Indigo 7: Quest for Love Review – It Hits Plenty of Right Notes
I firmly believe that we need more multiplayer puzzle games in the vein of Tetris or Puyo Puyo. Especially considering how much those two games dominate the market. While Indigo 7: Quest for Love from Dolores Entertainment probably won’t be toppling either of those empires anytime soon, it’s a breath of fresh air, and a chance to try something new.
Scott Pilgrim Versus the Puzzle World
Delightfully, Indigo 7 has a story mode. Right off the bat, you’ll get a lot of Scott Pilgrim feels. It’s comic-book-y, it’s quirky, it’s weird, it doesn’t take itself seriously, and it’s all about trying to find love. The story is told in comic book scenes, and while the dialogue is maybe a little childish at times, I can’t honestly imagine it any other way. If I had to gripe about the story, I guess it feels disconnected from the gameplay, but honestly, I’m just thrilled there’s a story mode that’s so entertaining in a puzzle game like this.
Obviously, the meat of Indigo 7 is going to be its gameplay. The basics of gameplay are simple: select a color, and any tile of that color that you are currently touching will change to that color. So, for example, say you begin a new level and your starting tile is touching both a green tile and a yellow tile. If you select green, that will be claimed as your tile, and you’ll now (hopefully) have more tiles you’re in contact with, and more color options. Of course, if that green is touching any other greens, they’ll all be turned into your tiles. That’s pretty much where the game’s simplicity ends, though.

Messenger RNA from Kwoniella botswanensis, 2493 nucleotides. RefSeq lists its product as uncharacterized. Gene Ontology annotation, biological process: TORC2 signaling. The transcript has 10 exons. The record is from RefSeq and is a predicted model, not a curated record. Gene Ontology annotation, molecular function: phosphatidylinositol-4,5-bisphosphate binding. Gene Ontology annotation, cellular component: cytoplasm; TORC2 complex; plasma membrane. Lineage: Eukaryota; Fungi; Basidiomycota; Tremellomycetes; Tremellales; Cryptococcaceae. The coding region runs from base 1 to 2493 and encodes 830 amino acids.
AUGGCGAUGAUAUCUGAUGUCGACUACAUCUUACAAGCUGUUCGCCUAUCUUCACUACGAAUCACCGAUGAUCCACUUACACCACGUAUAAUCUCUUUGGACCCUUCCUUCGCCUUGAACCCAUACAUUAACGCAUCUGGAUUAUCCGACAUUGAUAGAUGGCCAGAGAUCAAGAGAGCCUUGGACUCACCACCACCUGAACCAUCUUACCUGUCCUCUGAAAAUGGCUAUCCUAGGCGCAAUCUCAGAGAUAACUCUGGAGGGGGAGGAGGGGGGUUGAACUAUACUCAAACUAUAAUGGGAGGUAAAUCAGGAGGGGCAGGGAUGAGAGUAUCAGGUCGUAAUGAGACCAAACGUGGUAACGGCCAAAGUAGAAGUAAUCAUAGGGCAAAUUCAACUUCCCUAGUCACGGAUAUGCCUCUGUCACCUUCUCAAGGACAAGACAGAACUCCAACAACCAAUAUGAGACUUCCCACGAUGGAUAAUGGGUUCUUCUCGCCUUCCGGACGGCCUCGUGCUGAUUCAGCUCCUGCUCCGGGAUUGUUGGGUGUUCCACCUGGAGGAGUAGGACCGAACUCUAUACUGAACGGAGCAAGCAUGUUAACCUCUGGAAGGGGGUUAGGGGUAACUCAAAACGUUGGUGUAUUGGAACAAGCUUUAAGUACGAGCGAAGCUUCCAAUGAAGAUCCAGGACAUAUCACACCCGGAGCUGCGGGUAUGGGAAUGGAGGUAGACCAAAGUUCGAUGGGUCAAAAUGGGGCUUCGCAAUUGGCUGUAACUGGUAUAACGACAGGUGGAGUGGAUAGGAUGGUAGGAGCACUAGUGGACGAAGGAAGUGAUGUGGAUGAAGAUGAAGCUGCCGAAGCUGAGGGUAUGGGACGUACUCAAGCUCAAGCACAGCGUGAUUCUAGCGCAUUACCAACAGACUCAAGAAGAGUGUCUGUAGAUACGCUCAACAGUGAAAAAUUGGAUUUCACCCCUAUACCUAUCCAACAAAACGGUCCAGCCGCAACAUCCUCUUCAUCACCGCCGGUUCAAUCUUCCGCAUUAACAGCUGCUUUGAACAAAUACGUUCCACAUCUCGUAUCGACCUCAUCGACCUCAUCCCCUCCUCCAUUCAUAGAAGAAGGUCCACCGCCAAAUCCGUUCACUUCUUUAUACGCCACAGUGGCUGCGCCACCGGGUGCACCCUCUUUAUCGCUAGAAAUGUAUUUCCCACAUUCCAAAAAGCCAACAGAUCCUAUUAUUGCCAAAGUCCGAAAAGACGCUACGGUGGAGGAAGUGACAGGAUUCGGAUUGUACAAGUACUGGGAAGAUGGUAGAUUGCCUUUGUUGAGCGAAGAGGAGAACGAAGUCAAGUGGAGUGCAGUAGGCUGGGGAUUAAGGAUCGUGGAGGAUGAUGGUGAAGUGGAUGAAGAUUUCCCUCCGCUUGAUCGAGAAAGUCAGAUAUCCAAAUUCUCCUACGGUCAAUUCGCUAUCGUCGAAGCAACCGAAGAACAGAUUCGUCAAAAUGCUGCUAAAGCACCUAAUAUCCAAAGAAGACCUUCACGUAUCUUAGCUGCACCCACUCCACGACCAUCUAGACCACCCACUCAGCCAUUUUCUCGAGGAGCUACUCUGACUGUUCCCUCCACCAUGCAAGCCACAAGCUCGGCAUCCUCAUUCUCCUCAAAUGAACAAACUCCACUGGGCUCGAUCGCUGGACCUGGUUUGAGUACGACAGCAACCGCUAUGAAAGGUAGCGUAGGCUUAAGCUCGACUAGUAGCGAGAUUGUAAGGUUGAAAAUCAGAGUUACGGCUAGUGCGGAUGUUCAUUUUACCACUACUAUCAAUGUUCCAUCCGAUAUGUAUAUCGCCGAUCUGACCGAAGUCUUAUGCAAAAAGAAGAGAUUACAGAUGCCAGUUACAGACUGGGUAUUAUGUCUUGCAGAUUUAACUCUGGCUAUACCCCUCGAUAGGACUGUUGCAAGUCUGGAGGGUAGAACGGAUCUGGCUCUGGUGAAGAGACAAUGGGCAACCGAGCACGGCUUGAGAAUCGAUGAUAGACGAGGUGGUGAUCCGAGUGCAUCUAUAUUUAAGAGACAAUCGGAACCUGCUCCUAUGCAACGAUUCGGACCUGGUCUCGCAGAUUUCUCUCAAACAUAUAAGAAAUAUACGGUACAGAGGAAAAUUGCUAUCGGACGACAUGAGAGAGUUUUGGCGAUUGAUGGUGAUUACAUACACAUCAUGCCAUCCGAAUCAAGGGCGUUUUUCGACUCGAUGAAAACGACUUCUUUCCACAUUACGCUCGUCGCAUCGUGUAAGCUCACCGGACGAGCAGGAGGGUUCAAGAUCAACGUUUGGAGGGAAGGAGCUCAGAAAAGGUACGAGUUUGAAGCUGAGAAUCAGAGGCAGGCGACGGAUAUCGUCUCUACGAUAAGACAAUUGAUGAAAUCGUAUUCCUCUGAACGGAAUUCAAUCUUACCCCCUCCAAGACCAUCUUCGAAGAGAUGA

I Find This Delightfully… Puzzling
You’ll begin the game only having to work with four colors, but as you progress through story mode, it will add more, until you’ve got boards with six or seven colors on them. Additionally, you’ll need to learn how to effectively combo or “chain” colors together to earn additional points if you want to have any hope of beating the CPU. To build your chains, you’ll need to make sure that each new color you select contains at least as many tiles as the move you made before. So if you made a chain of three greens, you’ll need a chain of at least three or more when you select your next color to keep it going. The more chains you can build, the higher your score multiplier will be. And trust me, you want to get a high score. The computer is not a pushover in the slightest. Thankfully, you’ll be introduced slowly to new elements in the game, so it never really feels completely overwhelming.
Not A One-Trick Pony
You’ll encounter several different modes of play, all of which can be experienced in story mode, or can be played in single player mode from the main menu: VS CPU, Conquest, Conquest VS CPU, Time Attack, and Color Attack. VS CPU entails going up against a computer-controlled enemy. Typically you’ll have five rounds to beat between one and three enemies by achieving the highest score. Building chains and finishing connecting all your colors first will be key to winning this mode. You’ll need to move quickly and efficiently, as you are given a set amount of moves to make. In Conquest, you’ll be given a fairly sizable board that you’ll need to clear with a set number of moves, and within a set time limit.